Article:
The universe speaking to itself
Herein lies part of the importance of having people harvesting what others are saying. And in this perspective, we might even venture to say that the role of harvesters is to capture the messages of the universe as they are spoken through others. It also helps us to answer the question “what is worth harvesting and what not?” In the end, it comes down to this: What is the place I am talking from? If I am talking from a personal place of ego, then the chances are that what I am saying is not worth harvesting – at least not from the evolutionary perspective. But if the place I am in allows the universe to talk through me, then this is definitely worth harvesting.
Which brings us to a most promising question: What is the capacity that we need to develop as harvesters to sense where the pearls are coming from?
The most obvious answer to this question brings us right into another of the practices of hosting great conversations – a focus of much fruitful inquiry in its own right: This is precisely why we hold the space. The deepest practice of space holders is to be in that space of sensing the universe. Together we build the field – this is the universal gravy that we’re all lumps in, and together good conversation hosts can make it really strong. It’s a kind of collective satsang. Rather than going and sitting at the feet of the enlightened guru who gives off a vibrational frequency that everyone else is then entrained and elevated by, in a good conversation the source of the field is not at the centre, it’s at the periphery. The space holders are creating a container around – a field throughout – and people are then invited into that field, where they will themselves naturally aligning with that field, with each other, increasing the likelihood that the universe will feel invited into the conversation and have something meaningful to say.
This is how the three practices and disciplines – holding space, hosting and harvesting – are unified. What do we harvest? The universe as it speaks through people. In order to do that, we must be in alignment with the universe. Many members of the global hosting community explicitly engage in practices which help to get into that space – all different ways, some physical, some cognitive – of deepening:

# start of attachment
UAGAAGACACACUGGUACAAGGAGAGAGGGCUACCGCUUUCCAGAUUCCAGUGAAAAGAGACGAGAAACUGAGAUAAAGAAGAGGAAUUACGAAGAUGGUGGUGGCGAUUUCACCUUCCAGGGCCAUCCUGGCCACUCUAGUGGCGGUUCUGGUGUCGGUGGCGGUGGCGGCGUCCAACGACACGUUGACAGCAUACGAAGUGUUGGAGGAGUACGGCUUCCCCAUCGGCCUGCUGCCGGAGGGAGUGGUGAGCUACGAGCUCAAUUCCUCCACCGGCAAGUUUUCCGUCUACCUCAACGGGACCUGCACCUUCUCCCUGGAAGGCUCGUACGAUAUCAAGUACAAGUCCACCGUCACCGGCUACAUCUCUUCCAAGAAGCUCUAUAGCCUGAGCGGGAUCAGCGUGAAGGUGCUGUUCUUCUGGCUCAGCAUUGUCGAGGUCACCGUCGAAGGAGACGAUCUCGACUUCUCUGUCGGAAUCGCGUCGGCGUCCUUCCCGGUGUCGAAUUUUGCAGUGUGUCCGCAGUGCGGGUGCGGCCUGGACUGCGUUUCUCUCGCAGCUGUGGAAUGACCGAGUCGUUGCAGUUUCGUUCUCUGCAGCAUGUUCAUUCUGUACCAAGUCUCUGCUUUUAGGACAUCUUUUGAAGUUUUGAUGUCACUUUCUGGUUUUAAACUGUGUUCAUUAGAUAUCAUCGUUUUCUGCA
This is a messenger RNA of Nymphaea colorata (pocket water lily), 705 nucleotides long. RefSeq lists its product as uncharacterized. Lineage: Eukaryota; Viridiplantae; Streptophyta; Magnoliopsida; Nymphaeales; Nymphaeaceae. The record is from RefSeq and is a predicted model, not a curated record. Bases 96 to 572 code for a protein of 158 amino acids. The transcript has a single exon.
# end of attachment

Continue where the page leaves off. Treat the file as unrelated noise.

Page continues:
These are the practices I am aware of – there are bound to be plenty more. Please add to the list by commenting on this blog.
Intention and attention are key
Throughout the hosting process – through the calling, the inviting, the preparation and design, the hosting and the harvesting – intention and attention are key. At the very highest level – and it’s so good to be quite conscious and explicit about this, at least within the core team hosting any process – the intention is to capture – no, to be – the wisdom of the universe. Let’s be bold here in restating this: the intention behind the art of hosting essential conversations is, for the duration of the conversation, to be the wisdom of the universe. Outrageously pretentious? Hardly. Because what could it ever be, if not us? It’s not something that is happening out there, it’s something we are co-creating together on the evolutionary edge. It is we who are enacting it. As for our attention, there are two sides to this: where are we attending from? and what are we attending to? Again, at the highest level, where we are attending from is that space of total alignment, and what we are attending to is that space of total alignment. So it’s the universe attending from itself to itself.
This might all sound very daunting and inaccessible, but the good news is that as we are learning how to create this field, and how to hold it, it’s probably true that everybody can learn. And so the next stage of this inquiry might be: what are the conditions that must be in place in order for this level of harvesting and space holding to happen? What simple practices will most rapidly spread this capacity to the largest number of human groups and communities, so that so that the wisdom of the universe can be embodied by the whole?